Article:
Frost argues that, if Jardin establishes himself as a co-inventor-and thus, presumptively, a co-owner-of the '349 patent, Frost cannot be liable under the claim for co-ownership because, as a co- inventor, Frost was entitled to convey rights in the entire '349 patent without Jardin's consent. E.g., Isr. Bio-Eng'g Project, 475 F.3d at 1263 (citations omitted); Silica Tech, 2009 WL 2579432, at *39

Ethicon, 135 F.3d at 1460). Frost's argument, however, ignores the possibility that Jardin may establish himself as the sole inventor-and thus the presumptive sole owner-of the '349 patent, in which case Frost would have had no right to transfer any rights in the patent. Furthermore, the FAC requests relief related to the profits Frost reaped when he sold DATAllegro-which held all rights to the '349 patent-to Microsoft. [See FAC, at 16-17 (prayer for relief, seeking a constructive trust and remedies for, among other things, unjust enrichment).] Frost has provided no authority suggesting he cannot be liable for such retrospective relief. Thus, Frost's motion to dismiss Jardin's claim for correction of ownership is DENIED.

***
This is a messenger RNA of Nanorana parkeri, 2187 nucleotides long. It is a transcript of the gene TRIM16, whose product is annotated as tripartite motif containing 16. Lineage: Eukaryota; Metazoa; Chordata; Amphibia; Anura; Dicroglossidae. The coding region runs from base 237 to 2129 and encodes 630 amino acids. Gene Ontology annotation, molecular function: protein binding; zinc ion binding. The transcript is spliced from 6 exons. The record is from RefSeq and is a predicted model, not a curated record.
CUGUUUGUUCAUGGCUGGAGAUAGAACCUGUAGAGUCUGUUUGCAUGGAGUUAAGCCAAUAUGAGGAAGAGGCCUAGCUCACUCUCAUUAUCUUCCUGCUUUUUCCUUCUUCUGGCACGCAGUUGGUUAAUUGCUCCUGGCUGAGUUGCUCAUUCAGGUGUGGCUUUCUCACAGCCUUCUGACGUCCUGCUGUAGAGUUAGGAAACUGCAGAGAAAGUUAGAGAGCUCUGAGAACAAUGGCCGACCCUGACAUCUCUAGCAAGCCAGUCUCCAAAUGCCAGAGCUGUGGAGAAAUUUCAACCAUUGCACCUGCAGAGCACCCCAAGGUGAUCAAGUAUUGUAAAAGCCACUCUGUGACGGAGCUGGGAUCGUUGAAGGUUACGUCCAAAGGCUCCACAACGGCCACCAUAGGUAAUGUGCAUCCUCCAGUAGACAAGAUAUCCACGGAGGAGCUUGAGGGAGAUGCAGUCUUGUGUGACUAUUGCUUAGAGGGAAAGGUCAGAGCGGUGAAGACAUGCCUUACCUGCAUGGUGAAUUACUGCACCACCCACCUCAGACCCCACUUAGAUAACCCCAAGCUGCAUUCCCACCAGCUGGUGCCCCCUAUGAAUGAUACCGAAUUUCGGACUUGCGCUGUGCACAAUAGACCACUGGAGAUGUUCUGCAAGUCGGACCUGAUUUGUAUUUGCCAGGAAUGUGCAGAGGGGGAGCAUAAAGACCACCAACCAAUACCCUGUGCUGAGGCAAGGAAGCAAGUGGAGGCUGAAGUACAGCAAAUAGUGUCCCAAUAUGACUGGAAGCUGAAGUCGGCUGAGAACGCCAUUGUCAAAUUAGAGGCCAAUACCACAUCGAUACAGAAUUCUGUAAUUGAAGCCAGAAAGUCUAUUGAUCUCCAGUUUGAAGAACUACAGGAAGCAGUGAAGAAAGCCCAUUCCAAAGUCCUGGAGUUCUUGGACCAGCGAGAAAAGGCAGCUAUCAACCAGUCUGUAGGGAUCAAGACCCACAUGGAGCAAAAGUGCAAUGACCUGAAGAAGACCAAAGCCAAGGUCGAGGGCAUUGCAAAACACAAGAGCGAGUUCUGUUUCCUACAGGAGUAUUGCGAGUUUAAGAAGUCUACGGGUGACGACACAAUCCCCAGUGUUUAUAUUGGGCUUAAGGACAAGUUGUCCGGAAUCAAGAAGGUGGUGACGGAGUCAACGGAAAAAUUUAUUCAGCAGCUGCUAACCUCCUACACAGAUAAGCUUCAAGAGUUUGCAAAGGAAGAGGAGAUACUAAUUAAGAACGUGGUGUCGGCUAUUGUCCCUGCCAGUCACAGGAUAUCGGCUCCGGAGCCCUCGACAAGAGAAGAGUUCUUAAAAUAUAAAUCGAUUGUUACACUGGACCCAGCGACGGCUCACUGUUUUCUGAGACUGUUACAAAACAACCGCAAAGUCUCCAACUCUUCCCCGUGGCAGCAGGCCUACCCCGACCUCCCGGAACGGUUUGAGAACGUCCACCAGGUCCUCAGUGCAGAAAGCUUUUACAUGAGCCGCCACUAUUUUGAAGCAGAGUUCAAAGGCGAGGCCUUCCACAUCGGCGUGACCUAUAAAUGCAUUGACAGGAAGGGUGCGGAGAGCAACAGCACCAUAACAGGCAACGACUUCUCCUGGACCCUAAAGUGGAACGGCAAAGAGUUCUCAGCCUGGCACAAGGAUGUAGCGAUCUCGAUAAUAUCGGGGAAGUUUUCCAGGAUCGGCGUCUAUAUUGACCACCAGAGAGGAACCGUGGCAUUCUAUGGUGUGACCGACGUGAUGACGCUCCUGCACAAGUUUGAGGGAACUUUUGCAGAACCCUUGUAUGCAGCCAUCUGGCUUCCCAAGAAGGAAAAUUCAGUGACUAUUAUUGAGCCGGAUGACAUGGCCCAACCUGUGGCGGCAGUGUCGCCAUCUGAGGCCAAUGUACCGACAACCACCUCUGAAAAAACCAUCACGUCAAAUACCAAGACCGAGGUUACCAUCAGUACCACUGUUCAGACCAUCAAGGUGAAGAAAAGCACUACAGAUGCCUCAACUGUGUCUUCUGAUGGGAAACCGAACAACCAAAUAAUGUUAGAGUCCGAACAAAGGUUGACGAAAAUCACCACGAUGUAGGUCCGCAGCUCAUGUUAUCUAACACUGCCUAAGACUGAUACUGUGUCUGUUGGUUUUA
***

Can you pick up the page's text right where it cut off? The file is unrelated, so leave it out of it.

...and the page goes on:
For the foregoing reasons, the Court orders as follows:

1. Defendants' joint motion to dismiss Plaintiff's slander of title claim is GRANTED. [Doc. No. 45.] The claim for slander of title is DISMISSED WITH PREJUDICE.

2. Defendant Frost's special motion to strike the slander of title claim is DENIED AS MOOT. [Doc. No. 46.] Plaintiff's and Defendant Frost's respective requests for attorney's fees and costs related to this motion are DENIED.

3. Defendant Frost's motion to dismiss Plaintiff's claims I and II of the FAC, for correction of inventorship and ownership, respectively, is DENIED. [Doc. No. 47.]